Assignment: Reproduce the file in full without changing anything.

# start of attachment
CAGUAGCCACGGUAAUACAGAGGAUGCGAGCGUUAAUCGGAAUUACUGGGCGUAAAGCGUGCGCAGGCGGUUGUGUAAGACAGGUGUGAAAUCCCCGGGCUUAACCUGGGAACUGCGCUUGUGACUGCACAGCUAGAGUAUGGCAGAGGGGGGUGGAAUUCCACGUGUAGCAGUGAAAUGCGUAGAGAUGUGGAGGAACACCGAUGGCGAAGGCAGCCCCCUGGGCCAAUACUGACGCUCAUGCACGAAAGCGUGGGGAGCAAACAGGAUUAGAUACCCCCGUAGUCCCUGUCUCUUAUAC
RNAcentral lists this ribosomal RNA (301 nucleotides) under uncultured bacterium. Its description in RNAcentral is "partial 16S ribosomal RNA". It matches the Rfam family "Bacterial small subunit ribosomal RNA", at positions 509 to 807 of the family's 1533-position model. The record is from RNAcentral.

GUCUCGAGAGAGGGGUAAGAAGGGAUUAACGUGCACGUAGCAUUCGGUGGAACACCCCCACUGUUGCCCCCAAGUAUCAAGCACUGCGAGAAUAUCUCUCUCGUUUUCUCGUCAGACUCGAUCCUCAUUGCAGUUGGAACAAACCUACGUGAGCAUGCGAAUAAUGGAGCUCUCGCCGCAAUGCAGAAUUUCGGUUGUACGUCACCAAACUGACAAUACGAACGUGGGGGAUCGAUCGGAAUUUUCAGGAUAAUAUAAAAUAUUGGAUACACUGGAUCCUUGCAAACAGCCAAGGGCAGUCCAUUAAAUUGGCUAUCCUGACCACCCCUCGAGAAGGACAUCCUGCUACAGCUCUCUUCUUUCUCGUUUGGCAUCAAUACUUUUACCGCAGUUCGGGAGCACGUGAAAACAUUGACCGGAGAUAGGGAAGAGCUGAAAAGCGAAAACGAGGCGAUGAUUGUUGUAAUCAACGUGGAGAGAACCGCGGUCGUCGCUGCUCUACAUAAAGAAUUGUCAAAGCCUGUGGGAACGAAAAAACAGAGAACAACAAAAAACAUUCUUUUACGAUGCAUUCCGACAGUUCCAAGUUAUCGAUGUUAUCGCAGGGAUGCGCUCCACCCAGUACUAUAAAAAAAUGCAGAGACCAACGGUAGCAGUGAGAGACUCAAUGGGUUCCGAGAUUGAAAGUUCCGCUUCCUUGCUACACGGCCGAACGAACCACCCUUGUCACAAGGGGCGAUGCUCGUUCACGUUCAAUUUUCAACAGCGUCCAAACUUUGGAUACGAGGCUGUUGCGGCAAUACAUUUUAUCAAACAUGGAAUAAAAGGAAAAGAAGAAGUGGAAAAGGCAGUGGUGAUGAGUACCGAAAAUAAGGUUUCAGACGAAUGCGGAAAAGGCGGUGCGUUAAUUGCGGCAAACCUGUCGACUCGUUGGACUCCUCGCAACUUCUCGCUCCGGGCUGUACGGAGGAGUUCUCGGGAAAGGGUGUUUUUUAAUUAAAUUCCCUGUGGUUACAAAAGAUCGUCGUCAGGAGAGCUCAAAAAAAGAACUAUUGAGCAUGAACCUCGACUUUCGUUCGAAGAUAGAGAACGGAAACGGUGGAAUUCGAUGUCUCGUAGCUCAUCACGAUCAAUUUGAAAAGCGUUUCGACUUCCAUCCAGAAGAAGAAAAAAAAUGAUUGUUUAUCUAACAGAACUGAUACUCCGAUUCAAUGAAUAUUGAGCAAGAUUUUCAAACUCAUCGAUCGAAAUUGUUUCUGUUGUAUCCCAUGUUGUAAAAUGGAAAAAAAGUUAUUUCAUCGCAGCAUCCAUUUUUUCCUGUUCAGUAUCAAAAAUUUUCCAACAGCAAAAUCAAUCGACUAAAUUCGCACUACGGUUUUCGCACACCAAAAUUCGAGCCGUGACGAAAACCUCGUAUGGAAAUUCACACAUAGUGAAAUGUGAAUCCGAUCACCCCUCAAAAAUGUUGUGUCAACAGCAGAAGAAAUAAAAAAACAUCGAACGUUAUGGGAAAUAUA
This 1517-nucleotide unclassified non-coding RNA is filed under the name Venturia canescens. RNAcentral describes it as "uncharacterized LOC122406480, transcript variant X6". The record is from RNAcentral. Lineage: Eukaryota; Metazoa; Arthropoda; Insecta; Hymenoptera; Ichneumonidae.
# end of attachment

CAGUAGCCACGGUAAUACAGAGGAUGCGAGCGUUAAUCGGAAUUACUGGGCGUAAAGCGUGCGCAGGCGGUUGUGUAAGACAGGUGUGAAAUCCCCGGGCUUAACCUGGGAACUGCGCUUGUGACUGCACAGCUAGAGUAUGGCAGAGGGGGGUGGAAUUCCACGUGUAGCAGUGAAAUGCGUAGAGAUGUGGAGGAACACCGAUGGCGAAGGCAGCCCCCUGGGCCAAUACUGACGCUCAUGCACGAAAGCGUGGGGAGCAAACAGGAUUAGAUACCCCCGUAGUCCCUGUCUCUUAUAC
RNAcentral lists this ribosomal RNA (301 nucleotides) under uncultured bacterium. Its description in RNAcentral is "partial 16S ribosomal RNA". It matches the Rfam family "Bacterial small subunit ribosomal RNA", at positions 509 to 807 of the family's 1533-position model. The record is from RNAcentral.

GUCUCGAGAGAGGGGUAAGAAGGGAUUAACGUGCACGUAGCAUUCGGUGGAACACCCCCACUGUUGCCCCCAAGUAUCAAGCACUGCGAGAAUAUCUCUCUCGUUUUCUCGUCAGACUCGAUCCUCAUUGCAGUUGGAACAAACCUACGUGAGCAUGCGAAUAAUGGAGCUCUCGCCGCAAUGCAGAAUUUCGGUUGUACGUCACCAAACUGACAAUACGAACGUGGGGGAUCGAUCGGAAUUUUCAGGAUAAUAUAAAAUAUUGGAUACACUGGAUCCUUGCAAACAGCCAAGGGCAGUCCAUUAAAUUGGCUAUCCUGACCACCCCUCGAGAAGGACAUCCUGCUACAGCUCUCUUCUUUCUCGUUUGGCAUCAAUACUUUUACCGCAGUUCGGGAGCACGUGAAAACAUUGACCGGAGAUAGGGAAGAGCUGAAAAGCGAAAACGAGGCGAUGAUUGUUGUAAUCAACGUGGAGAGAACCGCGGUCGUCGCUGCUCUACAUAAAGAAUUGUCAAAGCCUGUGGGAACGAAAAAACAGAGAACAACAAAAAACAUUCUUUUACGAUGCAUUCCGACAGUUCCAAGUUAUCGAUGUUAUCGCAGGGAUGCGCUCCACCCAGUACUAUAAAAAAAUGCAGAGACCAACGGUAGCAGUGAGAGACUCAAUGGGUUCCGAGAUUGAAAGUUCCGCUUCCUUGCUACACGGCCGAACGAACCACCCUUGUCACAAGGGGCGAUGCUCGUUCACGUUCAAUUUUCAACAGCGUCCAAACUUUGGAUACGAGGCUGUUGCGGCAAUACAUUUUAUCAAACAUGGAAUAAAAGGAAAAGAAGAAGUGGAAAAGGCAGUGGUGAUGAGUACCGAAAAUAAGGUUUCAGACGAAUGCGGAAAAGGCGGUGCGUUAAUUGCGGCAAACCUGUCGACUCGUUGGACUCCUCGCAACUUCUCGCUCCGGGCUGUACGGAGGAGUUCUCGGGAAAGGGUGUUUUUUAAUUAAAUUCCCUGUGGUUACAAAAGAUCGUCGUCAGGAGAGCUCAAAAAAAGAACUAUUGAGCAUGAACCUCGACUUUCGUUCGAAGAUAGAGAACGGAAACGGUGGAAUUCGAUGUCUCGUAGCUCAUCACGAUCAAUUUGAAAAGCGUUUCGACUUCCAUCCAGAAGAAGAAAAAAAAUGAUUGUUUAUCUAACAGAACUGAUACUCCGAUUCAAUGAAUAUUGAGCAAGAUUUUCAAACUCAUCGAUCGAAAUUGUUUCUGUUGUAUCCCAUGUUGUAAAAUGGAAAAAAAGUUAUUUCAUCGCAGCAUCCAUUUUUUCCUGUUCAGUAUCAAAAAUUUUCCAACAGCAAAAUCAAUCGACUAAAUUCGCACUACGGUUUUCGCACACCAAAAUUCGAGCCGUGACGAAAACCUCGUAUGGAAAUUCACACAUAGUGAAAUGUGAAUCCGAUCACCCCUCAAAAAUGUUGUGUCAACAGCAGAAGAAAUAAAAAAACAUCGAACGUUAUGGGAAAUAUA
This 1517-nucleotide unclassified non-coding RNA is filed under the name Venturia canescens. RNAcentral describes it as "uncharacterized LOC122406480, transcript variant X6". The record is from RNAcentral. Lineage: Eukaryota; Metazoa; Arthropoda; Insecta; Hymenoptera; Ichneumonidae.